The last weekend of each month, our editorial team compiles a list of our most popular cardiology content from the past month for a month in review recap. The November 2022 cardiology month in review features the top content from AHA Scientific Sessions 2022, new data related to use of direct oral anticoagulation, and an FDA warning to companies over violations of the FD&C Act.
Each year, the American Heart Association Scientific Sessions serves as the year’s final showcase for advances and updates in the world of cardiovascular and cardiometabolic health. the AHA Scientific Sessions 2022 was the first in-person iteration of the AHA’s annual meeting since 2019 and was held in Chicago, Il from November 4-7, 2022. While on-site at the meeting, our editorial team brought our audience up to the minute coverage of late breaking sessions and other presentations from the meeting, including interviews with key opinion and trial leaders. For the month in review, we are highlighting the 3 most popular pieces of content from the past month related the AHA Scientific Sessions 2022, which includes the STRONG-HF trial, RESPECT-EPA, OCEAN(a)-DOSE, and our AHA Highlights recap.
Results of the STRONG-HF trial provide the first evidence from a randomized clinical trial that rapid, in-hospital initiation of guideline-directed medical therapy in heart failure can improve patient outcomes.
The late-breaking findings suggest the potential prognostic benefit of highly purified EPA in patients with chronic CAD with a low EPA/AA ratio.
Results of the Ocean(a)-DOSE trial, a phase 2 dose-finding study presented at AHA 22, suggests use of olpasiran dosed at 75 mg or higher every 12 weeks was associated with a reduction of Lp(a) among 95% of patients.
This listicle highlights a dozen articles and videos to come from our on-site coverage of the AHA Scientific Sessions 2022, with a specific focus on new data in heart failure, hypertension, and lipid management.
The advent of direct oral anticoagulants (DOACs) altered the world of antithrombotic therapy. Now, more than a decade after the first approval of an agent within the class, new research into optimal integration of individual DOACs among various patient populations continues to emerge on a regular basis. A trio of stories related to DOACs were among the most popular content of the month among our audience and are highlighted below as part of the November month in review.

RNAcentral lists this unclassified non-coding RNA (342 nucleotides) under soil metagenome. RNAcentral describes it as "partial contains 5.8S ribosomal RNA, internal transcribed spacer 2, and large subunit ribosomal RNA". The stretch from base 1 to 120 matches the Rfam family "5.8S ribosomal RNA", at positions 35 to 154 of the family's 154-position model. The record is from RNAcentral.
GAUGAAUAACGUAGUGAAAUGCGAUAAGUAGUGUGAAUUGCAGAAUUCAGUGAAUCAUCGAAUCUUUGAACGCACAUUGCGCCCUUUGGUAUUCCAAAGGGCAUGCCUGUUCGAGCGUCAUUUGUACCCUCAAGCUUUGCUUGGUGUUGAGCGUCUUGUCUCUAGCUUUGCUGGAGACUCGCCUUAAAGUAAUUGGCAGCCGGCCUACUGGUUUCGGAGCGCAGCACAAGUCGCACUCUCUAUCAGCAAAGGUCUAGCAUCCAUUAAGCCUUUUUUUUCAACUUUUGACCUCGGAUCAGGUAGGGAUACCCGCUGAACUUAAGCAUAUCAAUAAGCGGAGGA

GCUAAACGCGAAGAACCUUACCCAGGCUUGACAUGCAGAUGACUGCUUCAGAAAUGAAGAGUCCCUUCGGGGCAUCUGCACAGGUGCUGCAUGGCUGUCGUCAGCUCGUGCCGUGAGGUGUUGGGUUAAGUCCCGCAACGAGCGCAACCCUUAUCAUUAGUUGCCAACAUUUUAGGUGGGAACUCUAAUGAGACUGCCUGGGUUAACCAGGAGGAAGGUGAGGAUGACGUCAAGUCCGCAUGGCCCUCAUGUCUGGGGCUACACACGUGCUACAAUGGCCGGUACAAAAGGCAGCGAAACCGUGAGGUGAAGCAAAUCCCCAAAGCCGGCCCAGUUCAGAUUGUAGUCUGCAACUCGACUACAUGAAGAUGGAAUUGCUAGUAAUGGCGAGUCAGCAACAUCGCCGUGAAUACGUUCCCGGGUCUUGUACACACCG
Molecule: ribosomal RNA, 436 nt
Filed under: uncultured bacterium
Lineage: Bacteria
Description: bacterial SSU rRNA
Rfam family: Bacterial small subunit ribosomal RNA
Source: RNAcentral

A comparative analysis leveraging EHR data from more than 500k new DOAC users from Europe and the US suggests apixaban use was associated with the lowest risk of gastrointestinal bleeding among agents within the class, with similar rates of thromboembolic events and mortality observed among the class.
Results of the randomized, double-blind, placebo-controlled RIDTS trial, which compared a 6- vs 12-week course of rivaroxaban in patients with symptomatic isolated DVT, suggests adherence to a 12-week course reduced the relative risk of recurrent VTE by 41% without increasing risk of major bleeding.
Data from a phase 3 trial presented at AHA 22 suggests use of edoxaban could be a safe and effective method for reducing risk of thromboembolism in pediatric patients with cardiovascular disease considered to be at increased risk of thrombosis.
The final portion of our month in review highlights a warning from the US Food and Drug Administration calls attention to 7 companies for being in violation Federal Food, Drug, and Cosmetic Act (FD&C Act) and urged consumers not to use these or similar products because they have not been evaluated by the FDA to be safe or effective for their intended use and may be harmful. In the warning, which was released on November 17, the FDA cited the companies for what they claim is the illegal sale and marketing of dietary supplements with claims to cure, treat, mitigate, or prevent cardiovascular disease or related conditions, such as stroke, atherosclerosis, or heart failure.